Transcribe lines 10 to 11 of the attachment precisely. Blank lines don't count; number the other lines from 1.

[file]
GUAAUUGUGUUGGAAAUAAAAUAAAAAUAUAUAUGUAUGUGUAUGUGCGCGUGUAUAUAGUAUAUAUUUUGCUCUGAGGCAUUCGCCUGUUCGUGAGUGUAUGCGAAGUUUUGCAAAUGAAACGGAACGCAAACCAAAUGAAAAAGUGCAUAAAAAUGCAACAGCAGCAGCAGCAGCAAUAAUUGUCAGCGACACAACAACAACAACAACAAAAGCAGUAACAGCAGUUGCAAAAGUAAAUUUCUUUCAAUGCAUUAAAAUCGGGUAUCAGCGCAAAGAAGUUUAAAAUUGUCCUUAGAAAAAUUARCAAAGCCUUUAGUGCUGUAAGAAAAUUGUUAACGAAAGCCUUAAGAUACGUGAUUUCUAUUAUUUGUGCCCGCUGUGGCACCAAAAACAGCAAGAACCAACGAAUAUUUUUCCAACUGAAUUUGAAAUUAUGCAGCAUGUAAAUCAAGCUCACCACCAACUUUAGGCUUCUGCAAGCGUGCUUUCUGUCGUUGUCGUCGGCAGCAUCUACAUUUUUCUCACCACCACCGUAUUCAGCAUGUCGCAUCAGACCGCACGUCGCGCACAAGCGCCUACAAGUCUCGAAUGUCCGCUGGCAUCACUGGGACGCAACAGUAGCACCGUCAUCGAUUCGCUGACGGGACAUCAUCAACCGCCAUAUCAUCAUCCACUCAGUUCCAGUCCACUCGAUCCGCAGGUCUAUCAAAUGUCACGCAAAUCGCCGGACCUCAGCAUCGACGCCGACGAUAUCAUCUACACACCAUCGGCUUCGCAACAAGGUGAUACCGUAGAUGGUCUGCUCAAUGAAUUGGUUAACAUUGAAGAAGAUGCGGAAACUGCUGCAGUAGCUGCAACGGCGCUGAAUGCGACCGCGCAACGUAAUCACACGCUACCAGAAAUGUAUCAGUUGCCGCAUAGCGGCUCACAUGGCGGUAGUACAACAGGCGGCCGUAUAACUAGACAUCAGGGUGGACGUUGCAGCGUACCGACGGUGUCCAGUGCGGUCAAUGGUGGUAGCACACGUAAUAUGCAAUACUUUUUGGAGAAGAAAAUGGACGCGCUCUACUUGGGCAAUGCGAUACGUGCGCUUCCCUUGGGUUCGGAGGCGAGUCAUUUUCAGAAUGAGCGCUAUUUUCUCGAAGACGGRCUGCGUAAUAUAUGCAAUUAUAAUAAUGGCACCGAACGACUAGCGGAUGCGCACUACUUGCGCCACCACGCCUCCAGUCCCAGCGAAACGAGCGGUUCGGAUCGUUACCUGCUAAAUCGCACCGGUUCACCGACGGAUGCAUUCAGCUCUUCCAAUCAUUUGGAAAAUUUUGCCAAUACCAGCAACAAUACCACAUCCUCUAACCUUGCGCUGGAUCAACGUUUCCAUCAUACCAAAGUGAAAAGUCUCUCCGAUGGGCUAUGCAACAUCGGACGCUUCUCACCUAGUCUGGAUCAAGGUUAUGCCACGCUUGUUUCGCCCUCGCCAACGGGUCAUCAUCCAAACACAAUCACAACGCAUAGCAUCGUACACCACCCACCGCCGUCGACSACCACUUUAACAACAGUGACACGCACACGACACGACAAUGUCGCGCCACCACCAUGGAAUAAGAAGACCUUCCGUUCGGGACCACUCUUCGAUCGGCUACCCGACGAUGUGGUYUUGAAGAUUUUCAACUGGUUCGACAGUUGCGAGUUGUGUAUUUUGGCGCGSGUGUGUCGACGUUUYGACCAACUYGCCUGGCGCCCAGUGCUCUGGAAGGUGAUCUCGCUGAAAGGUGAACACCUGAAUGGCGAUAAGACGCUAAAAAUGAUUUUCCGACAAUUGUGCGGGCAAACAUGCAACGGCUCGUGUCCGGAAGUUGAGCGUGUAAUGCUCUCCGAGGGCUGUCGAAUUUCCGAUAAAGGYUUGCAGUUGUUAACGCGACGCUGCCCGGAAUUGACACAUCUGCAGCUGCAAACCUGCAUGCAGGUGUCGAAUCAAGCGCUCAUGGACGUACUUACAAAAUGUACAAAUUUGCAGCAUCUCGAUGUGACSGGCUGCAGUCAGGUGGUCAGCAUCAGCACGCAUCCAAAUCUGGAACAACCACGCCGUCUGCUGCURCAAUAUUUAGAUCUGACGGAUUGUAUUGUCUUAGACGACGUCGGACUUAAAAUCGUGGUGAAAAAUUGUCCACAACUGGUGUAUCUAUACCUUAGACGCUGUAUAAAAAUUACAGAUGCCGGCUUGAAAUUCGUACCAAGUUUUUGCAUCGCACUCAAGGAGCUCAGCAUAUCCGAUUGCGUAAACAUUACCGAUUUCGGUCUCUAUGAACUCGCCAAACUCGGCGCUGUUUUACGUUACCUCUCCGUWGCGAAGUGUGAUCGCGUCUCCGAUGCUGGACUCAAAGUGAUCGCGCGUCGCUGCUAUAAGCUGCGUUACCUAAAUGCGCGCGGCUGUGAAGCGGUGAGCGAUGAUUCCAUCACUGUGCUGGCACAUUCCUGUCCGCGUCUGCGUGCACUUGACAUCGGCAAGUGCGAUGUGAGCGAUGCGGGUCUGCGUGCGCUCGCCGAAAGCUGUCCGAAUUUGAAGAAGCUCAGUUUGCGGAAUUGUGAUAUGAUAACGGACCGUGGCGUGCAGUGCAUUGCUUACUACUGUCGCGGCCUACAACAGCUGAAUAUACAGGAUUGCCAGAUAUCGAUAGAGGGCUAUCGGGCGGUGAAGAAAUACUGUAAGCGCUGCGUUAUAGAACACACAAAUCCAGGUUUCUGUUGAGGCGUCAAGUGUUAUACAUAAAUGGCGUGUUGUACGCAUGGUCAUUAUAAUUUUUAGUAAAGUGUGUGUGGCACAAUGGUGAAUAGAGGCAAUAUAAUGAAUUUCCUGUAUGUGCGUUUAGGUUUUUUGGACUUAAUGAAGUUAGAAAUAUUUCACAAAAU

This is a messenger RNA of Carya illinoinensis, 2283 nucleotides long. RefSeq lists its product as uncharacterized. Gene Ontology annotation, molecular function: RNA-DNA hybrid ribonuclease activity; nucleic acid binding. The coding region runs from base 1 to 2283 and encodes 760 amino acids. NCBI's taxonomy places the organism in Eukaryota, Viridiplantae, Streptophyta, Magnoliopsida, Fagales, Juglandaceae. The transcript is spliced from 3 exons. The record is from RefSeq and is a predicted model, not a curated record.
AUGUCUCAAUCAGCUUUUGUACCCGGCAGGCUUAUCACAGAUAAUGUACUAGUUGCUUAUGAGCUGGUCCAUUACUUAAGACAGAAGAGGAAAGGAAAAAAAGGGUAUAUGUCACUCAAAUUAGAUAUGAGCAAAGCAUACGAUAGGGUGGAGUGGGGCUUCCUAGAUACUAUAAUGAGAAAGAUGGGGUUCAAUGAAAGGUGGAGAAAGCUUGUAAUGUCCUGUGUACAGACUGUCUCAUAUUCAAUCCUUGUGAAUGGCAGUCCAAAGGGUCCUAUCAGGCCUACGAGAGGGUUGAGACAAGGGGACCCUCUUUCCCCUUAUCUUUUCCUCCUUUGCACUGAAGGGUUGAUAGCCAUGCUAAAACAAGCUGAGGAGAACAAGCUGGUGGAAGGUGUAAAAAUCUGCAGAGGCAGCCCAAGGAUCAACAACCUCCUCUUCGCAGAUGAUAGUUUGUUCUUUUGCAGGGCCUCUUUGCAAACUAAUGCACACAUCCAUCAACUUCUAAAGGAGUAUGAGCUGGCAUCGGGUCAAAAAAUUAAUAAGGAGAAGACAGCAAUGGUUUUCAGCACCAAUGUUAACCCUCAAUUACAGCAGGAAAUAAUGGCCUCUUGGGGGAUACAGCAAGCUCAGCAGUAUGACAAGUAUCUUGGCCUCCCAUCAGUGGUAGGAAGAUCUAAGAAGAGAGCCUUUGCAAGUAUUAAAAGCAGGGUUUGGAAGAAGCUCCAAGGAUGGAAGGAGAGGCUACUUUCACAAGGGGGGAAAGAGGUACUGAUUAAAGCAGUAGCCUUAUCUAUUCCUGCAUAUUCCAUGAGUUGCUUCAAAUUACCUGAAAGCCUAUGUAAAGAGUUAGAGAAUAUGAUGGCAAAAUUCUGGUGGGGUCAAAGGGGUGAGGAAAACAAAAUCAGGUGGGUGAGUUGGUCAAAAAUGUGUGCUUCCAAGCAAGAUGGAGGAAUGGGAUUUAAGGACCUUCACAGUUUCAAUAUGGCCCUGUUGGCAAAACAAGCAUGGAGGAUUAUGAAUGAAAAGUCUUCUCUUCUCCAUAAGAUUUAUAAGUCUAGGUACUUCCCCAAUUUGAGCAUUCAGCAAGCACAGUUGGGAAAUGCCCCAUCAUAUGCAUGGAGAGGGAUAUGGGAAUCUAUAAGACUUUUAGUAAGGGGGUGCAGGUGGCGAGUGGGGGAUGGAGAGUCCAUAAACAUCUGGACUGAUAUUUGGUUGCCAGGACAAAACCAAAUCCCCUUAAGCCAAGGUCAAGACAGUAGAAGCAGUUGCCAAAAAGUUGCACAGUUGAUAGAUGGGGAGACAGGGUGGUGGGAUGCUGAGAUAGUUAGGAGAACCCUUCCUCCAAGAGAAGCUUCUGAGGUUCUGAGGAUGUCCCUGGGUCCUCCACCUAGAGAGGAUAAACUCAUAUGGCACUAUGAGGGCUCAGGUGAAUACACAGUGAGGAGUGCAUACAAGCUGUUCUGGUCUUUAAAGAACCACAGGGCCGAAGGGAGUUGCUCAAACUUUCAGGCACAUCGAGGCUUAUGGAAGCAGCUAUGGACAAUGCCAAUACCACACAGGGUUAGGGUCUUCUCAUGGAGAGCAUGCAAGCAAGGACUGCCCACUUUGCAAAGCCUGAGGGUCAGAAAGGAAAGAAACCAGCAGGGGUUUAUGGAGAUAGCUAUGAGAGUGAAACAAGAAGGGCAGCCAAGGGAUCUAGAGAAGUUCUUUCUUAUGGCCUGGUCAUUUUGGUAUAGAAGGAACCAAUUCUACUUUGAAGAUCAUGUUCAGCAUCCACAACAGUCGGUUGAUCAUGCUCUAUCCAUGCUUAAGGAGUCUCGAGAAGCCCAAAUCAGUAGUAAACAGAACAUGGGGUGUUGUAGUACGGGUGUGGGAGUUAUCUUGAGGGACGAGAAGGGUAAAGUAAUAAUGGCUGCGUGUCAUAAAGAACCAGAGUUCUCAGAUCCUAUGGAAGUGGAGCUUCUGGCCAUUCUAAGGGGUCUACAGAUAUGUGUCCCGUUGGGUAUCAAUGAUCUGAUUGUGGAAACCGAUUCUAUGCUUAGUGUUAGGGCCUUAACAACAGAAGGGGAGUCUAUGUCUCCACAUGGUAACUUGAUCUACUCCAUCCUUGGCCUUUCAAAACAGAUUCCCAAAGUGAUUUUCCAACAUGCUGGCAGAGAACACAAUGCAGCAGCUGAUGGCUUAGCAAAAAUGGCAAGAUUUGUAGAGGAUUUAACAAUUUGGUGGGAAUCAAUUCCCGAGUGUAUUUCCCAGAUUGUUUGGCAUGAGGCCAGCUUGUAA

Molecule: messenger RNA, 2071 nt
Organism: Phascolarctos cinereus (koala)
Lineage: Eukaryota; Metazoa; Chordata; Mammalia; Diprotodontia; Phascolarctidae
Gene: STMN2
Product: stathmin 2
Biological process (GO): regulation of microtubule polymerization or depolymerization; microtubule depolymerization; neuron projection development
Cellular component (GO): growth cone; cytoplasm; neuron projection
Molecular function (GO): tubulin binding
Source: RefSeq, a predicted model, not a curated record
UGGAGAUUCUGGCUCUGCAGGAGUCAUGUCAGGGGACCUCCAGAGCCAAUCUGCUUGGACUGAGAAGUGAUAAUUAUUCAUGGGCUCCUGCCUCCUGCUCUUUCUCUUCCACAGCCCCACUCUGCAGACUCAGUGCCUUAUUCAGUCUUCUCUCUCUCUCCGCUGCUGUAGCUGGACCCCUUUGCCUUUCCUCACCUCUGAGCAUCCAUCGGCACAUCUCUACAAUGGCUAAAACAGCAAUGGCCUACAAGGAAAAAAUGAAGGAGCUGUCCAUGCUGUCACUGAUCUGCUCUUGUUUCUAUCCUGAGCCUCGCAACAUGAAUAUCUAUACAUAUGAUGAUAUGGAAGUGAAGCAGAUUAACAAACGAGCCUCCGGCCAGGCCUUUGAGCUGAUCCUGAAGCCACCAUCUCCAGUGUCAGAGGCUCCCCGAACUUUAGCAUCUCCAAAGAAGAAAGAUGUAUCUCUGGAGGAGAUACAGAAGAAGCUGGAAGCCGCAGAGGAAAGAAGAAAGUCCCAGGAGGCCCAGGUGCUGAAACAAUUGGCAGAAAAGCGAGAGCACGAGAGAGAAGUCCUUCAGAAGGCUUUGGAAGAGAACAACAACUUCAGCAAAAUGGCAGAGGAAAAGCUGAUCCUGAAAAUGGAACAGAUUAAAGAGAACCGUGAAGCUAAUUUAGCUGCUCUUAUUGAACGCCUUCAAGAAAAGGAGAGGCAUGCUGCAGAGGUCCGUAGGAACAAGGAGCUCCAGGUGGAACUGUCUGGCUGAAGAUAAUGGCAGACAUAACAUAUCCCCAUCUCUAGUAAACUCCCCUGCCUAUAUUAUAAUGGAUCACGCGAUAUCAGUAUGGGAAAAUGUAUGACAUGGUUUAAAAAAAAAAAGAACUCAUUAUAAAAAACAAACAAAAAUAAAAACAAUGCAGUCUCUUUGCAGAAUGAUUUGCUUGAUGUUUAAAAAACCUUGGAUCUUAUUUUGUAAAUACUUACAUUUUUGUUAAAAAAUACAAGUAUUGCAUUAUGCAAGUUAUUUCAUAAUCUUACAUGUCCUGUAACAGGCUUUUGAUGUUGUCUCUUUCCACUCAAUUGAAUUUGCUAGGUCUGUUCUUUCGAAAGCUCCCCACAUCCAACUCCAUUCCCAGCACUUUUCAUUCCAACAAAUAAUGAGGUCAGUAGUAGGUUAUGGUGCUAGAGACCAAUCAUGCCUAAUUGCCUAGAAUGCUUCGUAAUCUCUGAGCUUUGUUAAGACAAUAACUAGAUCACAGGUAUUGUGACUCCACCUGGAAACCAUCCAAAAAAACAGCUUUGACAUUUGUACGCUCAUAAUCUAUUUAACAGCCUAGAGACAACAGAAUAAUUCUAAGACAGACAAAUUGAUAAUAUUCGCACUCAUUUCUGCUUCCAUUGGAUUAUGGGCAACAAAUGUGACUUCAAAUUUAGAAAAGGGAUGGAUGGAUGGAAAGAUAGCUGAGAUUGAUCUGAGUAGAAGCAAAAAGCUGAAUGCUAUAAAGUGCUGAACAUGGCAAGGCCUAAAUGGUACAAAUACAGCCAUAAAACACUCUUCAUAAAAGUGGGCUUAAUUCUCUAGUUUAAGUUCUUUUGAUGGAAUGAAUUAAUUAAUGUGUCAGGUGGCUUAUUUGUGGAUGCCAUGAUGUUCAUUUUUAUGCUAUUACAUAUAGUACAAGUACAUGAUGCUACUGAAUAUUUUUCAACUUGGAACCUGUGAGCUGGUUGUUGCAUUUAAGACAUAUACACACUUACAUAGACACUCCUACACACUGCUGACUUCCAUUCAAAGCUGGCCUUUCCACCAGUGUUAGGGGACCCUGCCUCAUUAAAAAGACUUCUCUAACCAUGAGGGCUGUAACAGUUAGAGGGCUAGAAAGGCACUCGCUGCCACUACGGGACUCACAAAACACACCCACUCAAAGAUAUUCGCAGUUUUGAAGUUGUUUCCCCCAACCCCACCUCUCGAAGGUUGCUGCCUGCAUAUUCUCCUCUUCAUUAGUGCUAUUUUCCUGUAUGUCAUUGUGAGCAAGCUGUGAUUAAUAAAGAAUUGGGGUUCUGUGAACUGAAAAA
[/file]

Cellular component (GO): growth cone; cytoplasm; neuron projection
Molecular function (GO): tubulin binding